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Law students face off in 80-year-old tradition: Moot Court Honorary Round

April 20, 2023 10:45 AM
Alina Hernandez

Clarence "Trey" Roby (L'23) won the Honorary Round, the final lap of the season for the Tulane Moot Court Program. Abby Bello Salinas, also a 3L, and a top oralist in the program, competed against Roby before a panel of three federal judges. Both students will see their names "on the marble;" the Honorary Round determines whose name will go first. (Photo Credit: Alina Hernandez)


A veteran of the Tulane Moot Court Program and past national champion of the BLSA discipline took home the first-place spot in the annual Moot Court Honorary Round held April 19.

Third-year law student Clarence “Trey” Roby will see his name placed first “on the marble” in the Wendell H. Gauthier Moot Court Room after he won the decision by a panel of federal judges in the annual intraschool competition Honorary Round.

Roby and Abby Bello Salinas, also a 3L and a Moot Court program member, faced off before a panel of “Supreme Court Justices” --  all Tulane alumni and all federal judges in the Eastern District of Louisiana – Judge Janis van Meerveld (NC '84, L *87) Judge Wendy Vitter (L’86) and Judge Barry Ashe (A&S '78, L *84).

Judge Vitter, Judge Ashe, Roby, Salinas, Judge van Meerveld
 and Dean Meyer.

"Seeing my name on the marble has been a personal goal of mine since my first tour of the law school in the fall of 2019," said Roby. "It is truly a great feeling to see all of the hard work and long hours come to fruition. Congrats to Abby as well, she's one of the best oralists in our class!" 

The student competitors argued Little v. Marlo Motors, Inc., an appellate case seeking clarification of when a state has personal jurisdiction over a corporation whose goods – an autonomous vehicle in the case – find their way into the state.  The meaning of classic law school cases familiar to all lawyers such as International Shoe were hotly debated between Roby and Salinas.  The case also concerned, from a torts perspective, whether a vehicle is defective because it is “unreasonably dangerous.”

See photos from the Honorary Round.

Within minutes of the start of arguments, it was clear it would be a hot bench with the Justices interjecting time and time again as both counselors made their case. The student competitors were asked by the Justices for record citations, questioned on how the court should interpret different cases, and forced to defend what the implications would be if the court ruled for their side.  As the judges noted after the argument, both Roby and Salinas performed their arguments with a great level of professionalism and were incredibly talented oral advocates. 

“Impressive,” said Judge van Meerveld after the decision was announced, noting that both students had an exceptional grasp of case law, and the legal understanding behind it.

Roby presenting petitioner's case.

“I hope to see both of you, soon, in my court,” said Judge Ashe.

Vitter also praised the students, reminding them that they will soon be proud members of the Bar, with a responsibility to uphold the best standards of the profession.

The Honorary Round is the highlight of the more than 80-year-old Moot Court tradition at Tulane Law which has seen a surge in recent years of student membership. The program received a boost in funding and active support from generous alumni, notably Evan Trestman (L ’77). In recent years, alumni and partners with the New Orleans law firm Herman, Herman & Katz enhanced the program with an endowment of the Harry Herman Moot Court Excellence Fund to be used for Moot Court programming and the trial and appellate advocacy program.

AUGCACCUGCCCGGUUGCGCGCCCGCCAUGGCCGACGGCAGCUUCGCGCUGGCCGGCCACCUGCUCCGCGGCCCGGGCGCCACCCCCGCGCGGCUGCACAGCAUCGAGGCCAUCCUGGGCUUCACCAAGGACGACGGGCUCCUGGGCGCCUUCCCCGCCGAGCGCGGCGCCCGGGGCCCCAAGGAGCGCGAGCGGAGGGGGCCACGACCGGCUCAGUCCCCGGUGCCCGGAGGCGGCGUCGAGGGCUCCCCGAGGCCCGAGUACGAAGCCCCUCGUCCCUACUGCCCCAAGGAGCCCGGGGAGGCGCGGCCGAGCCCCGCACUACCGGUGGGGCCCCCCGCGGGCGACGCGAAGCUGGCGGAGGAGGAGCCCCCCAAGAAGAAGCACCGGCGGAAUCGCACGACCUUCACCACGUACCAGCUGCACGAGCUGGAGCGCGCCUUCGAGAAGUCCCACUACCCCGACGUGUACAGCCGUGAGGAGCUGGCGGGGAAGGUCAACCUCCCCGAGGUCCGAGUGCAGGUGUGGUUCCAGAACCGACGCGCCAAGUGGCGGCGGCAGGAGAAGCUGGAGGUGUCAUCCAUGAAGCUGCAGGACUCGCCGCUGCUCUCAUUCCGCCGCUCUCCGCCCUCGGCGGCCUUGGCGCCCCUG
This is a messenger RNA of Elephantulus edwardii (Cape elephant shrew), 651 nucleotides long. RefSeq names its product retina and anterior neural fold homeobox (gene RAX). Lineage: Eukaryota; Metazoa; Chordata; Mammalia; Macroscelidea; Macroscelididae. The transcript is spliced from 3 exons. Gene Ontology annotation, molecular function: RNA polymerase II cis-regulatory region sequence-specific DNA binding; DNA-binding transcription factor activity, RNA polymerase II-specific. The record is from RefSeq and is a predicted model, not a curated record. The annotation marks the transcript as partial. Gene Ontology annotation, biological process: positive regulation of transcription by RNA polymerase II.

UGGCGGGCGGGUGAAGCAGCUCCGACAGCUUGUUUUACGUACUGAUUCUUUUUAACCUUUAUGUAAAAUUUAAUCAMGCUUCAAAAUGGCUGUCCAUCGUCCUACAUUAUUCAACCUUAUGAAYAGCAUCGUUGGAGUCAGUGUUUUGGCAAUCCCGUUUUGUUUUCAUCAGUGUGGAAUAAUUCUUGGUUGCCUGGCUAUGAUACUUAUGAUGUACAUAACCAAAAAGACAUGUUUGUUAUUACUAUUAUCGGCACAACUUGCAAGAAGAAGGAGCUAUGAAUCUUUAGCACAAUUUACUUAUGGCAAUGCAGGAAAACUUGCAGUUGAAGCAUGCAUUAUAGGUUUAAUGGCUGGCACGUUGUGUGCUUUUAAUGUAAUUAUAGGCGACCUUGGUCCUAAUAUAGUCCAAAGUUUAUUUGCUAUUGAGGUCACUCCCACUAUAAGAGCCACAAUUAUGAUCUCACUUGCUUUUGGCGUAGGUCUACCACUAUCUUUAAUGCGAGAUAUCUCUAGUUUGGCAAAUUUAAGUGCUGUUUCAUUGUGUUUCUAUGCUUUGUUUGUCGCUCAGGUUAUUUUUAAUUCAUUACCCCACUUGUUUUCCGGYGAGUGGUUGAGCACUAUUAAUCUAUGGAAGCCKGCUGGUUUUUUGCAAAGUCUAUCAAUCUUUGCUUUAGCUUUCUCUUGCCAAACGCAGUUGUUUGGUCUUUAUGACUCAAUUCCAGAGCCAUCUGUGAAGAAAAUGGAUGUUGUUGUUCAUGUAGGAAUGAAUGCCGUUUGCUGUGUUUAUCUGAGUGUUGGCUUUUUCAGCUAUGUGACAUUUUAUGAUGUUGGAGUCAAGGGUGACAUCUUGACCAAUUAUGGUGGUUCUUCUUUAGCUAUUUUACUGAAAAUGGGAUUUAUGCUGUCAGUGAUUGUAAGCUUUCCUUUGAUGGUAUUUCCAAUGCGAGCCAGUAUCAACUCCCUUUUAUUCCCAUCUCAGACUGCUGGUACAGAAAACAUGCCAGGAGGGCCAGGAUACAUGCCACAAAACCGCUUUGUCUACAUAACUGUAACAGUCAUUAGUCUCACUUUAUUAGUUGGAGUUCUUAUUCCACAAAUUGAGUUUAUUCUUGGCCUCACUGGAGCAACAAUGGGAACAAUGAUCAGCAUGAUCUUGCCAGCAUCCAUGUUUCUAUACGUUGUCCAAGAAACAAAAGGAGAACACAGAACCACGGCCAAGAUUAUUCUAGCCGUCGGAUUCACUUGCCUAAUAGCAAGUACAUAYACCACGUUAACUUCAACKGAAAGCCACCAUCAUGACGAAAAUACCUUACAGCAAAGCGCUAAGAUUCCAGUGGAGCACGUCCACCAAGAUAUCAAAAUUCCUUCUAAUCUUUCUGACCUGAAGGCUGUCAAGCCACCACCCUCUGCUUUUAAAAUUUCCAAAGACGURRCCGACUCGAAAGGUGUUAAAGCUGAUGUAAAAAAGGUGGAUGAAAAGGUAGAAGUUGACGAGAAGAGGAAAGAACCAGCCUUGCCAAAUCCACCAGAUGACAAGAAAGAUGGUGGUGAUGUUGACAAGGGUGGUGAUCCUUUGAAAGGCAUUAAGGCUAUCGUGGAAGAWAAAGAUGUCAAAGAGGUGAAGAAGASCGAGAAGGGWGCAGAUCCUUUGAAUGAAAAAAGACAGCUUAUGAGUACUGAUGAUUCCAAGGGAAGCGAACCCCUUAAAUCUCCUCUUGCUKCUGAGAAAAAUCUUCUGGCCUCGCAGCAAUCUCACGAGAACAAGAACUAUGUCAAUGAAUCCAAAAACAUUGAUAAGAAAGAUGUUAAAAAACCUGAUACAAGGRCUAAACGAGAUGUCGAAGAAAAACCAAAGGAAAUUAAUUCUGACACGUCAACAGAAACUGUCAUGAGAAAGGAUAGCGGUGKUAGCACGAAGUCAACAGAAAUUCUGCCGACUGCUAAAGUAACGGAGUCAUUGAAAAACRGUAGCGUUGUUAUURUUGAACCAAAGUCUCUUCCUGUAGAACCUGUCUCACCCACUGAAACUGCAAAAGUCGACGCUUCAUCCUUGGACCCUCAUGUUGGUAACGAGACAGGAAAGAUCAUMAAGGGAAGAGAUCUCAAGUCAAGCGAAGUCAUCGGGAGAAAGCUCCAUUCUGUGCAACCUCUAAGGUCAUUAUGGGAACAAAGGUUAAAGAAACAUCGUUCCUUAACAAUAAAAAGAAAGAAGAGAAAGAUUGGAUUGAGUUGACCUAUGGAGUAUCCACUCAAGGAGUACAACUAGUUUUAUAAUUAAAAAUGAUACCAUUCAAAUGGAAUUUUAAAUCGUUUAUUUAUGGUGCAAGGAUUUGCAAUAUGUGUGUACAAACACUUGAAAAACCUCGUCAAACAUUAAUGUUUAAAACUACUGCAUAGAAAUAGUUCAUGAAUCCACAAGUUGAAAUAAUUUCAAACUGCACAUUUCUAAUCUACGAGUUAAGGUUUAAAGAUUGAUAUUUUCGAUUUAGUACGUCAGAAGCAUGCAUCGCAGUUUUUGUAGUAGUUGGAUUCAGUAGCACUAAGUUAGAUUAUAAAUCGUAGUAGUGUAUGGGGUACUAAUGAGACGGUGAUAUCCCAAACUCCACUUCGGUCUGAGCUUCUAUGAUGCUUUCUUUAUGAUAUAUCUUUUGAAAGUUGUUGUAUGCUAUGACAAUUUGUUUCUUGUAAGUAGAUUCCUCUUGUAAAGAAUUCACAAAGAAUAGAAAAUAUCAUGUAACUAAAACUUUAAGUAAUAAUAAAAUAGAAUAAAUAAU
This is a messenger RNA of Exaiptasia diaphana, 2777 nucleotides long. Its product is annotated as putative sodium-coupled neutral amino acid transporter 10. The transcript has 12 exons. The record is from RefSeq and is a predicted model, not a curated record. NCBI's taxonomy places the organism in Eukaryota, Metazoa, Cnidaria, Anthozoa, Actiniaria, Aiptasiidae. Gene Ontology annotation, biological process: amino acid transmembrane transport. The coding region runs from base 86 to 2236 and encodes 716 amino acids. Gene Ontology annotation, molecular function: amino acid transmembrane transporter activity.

“The intraschool competition — arguing to be on the Marble — is a long-standing tradition at Tulane Law and an opportunity to showcase our finest talent in the area of appellate oral advocacy," said Tulane Law Vice Dean Sally Richardson. "Trey and Abby were outstanding competitors and demonstrated the strength of the Tulane Moot Court program. To have the arguments take place before three federal judges, all Tulane Law alums, shows how Tulane has and continues to produce the finest lawyers.”

Roby, originally from New Orleans, has been a Moot Court participant and coach during his three years at Tulane Law. He and his teammate Reagan Roy (L’23) won the national 2022 Thurgood Marshall Moot Court Competition, which took place as part of the 54th Annual National Black Law Students Association Oral Advocacy Competitions. The duo swept all the winning categories, winning Best Oralist, Best Brief and Best Overall Team.

After graduation, Roby will join the New Orleans firm of Burns Charest LLP and will practice in the areas of class action/consumer protection, antitrust, and intellectual property, among others. 

Salinas speaks to Judge Ashe.

Salinas (B '19, L *23), from Maryland, is a graduate of Tulane’s A.B. Freeman School of Business and received her master’s degree at Washington University in St. Louis. As a Tulane Law student, she clerked for the Civilian Board of Contract Appeals and served as an interpreter for the Tulane Immigrants’ Rights Clinic.

Also a veteran of the Moot Court Program, Salinas competed with the International Criminal Court Appellate Team (ICC) and won a second-place defense oralist award in the ICC Pace Competition during her first year in the program. She competed this year as a member and was an oralist for state counsel in front of a panel of judges.

After graduation, she will join Peckar & Abramson’s Washington, D.C. office where she will practice government contracts and construction litigation.